Badly Recorded Boy: Author Enrico Monacelli’s Lo-Fi Playlist

To accompany the release of his new book The Great Psychic Outdoors, Enrico Monacelli offers up ten slices of raw, poor sound

Image courtesy Jonas Ahrentorp. CC 2.0

I just published a book. It’s published by Repeater, and it’s called a The Great Psychic Outdoors. It’s a genealogy of lo-fi music. And right about at this point is where a slight sting of embarrassment gets me right there between where the two sides of my ribcage meet. Maybe it’s not really embarrassment – I’m really proud of the book I wrote. It’s more like a creeping flight-or-fight reflex. Let me give you a practical example; it’ll be easier to explain what I mean that way.

On the 13th of June the book was published and on the same date I launched it in Milan. It was Giacomo Stefanini, bassist of the punk band Kobra and overall cool person, and I. Giacomo’s question and remarks were interesting, engaging, generous. But there was one comment that really stood out to me. It felt like a finger stuck in an open wound. A well-meaning finger, but a finger right in there nonetheless. I don’t remember the specific phrasing, but it went something like: “you only speak about six artists or so, that’s a bold choice!”.

And indeed, it is rather bold to say that I wrote a genealogy of lo-fi music when the book is basically only about a handful of bands and musicians. Especially if we consider the term lo-fi in its minimal definition: badly recorded music. How could I possibly say that six artist or so (plus a handful more in the very last chapter) encapsulate the TOTALITY OF EVERY BADLY RECORDED SONG EVER? What do I mean when I say that I wrote a genealogy of lo-fi?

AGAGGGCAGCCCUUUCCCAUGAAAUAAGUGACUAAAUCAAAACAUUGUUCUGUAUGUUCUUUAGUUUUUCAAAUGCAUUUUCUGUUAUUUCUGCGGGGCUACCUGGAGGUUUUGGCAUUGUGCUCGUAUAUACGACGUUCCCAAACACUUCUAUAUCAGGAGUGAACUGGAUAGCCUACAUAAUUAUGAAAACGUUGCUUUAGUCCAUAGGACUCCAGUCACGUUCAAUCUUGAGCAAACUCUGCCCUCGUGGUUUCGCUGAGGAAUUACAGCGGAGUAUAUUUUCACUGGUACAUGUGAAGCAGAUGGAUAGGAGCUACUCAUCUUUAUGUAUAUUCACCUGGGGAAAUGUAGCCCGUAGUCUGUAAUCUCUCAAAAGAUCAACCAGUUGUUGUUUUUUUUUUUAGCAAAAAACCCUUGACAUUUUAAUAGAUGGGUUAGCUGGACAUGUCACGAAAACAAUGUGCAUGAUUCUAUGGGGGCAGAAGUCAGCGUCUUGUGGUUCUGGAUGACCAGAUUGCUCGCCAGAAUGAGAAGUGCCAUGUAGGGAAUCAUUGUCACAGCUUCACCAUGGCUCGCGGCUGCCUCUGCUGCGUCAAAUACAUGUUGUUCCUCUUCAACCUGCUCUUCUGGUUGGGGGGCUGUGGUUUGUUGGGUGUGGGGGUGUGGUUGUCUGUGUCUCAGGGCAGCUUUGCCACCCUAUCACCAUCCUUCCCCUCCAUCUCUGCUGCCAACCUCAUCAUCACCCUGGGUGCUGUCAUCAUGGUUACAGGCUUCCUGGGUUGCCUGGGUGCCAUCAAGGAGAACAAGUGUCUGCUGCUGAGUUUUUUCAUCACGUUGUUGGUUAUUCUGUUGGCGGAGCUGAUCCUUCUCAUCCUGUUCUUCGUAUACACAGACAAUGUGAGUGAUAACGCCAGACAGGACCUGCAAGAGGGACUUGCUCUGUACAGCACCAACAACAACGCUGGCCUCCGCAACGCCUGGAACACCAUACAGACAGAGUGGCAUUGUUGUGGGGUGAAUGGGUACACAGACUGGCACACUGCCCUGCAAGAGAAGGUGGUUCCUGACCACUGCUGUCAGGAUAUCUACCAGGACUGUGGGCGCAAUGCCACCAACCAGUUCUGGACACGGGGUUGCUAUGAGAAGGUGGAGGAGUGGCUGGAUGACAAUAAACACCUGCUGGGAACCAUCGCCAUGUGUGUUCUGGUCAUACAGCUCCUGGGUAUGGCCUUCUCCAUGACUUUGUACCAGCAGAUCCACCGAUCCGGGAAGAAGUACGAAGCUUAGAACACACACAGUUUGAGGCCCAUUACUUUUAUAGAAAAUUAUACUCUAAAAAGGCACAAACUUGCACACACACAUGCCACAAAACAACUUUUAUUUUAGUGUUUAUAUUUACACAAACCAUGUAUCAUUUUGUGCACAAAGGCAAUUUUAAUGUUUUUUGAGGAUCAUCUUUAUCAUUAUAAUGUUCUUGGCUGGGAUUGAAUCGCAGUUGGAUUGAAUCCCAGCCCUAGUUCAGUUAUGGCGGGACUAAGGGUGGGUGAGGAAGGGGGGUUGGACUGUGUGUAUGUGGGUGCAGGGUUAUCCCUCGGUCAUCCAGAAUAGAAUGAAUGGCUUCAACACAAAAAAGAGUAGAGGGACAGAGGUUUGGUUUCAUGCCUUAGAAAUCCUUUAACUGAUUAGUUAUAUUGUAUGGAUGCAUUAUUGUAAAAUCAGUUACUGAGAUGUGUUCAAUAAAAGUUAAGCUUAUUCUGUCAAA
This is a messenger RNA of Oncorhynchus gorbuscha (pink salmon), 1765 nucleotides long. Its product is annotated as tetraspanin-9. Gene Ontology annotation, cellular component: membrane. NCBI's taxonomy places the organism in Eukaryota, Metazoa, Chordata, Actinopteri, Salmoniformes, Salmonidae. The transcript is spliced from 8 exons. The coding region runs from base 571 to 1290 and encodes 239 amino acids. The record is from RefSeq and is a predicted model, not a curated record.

My answer (when I don’t pick the flight option) is one of these two: a conceptual one and one that surges up from the very guts of my being.

The conceptual one runs as follows: the book starts from an interview that Félix Guattari gave on adolescence. At the very end of that interview, he says something so mesmerising that it single-handedly forced me to write a whole book about it. He’s talking about his teenage son. His kid, he says, doesn’t care about politics in the classical sense of the term: he gives fuck all about the State, capitalism and all that jazz. He’s nonetheless a political actor. He has a soldering iron and he sets up free radios. He hijacks the air waves with his cheap art project, jailbreaking the state-and-capital hegemony over what we hear and broadcast.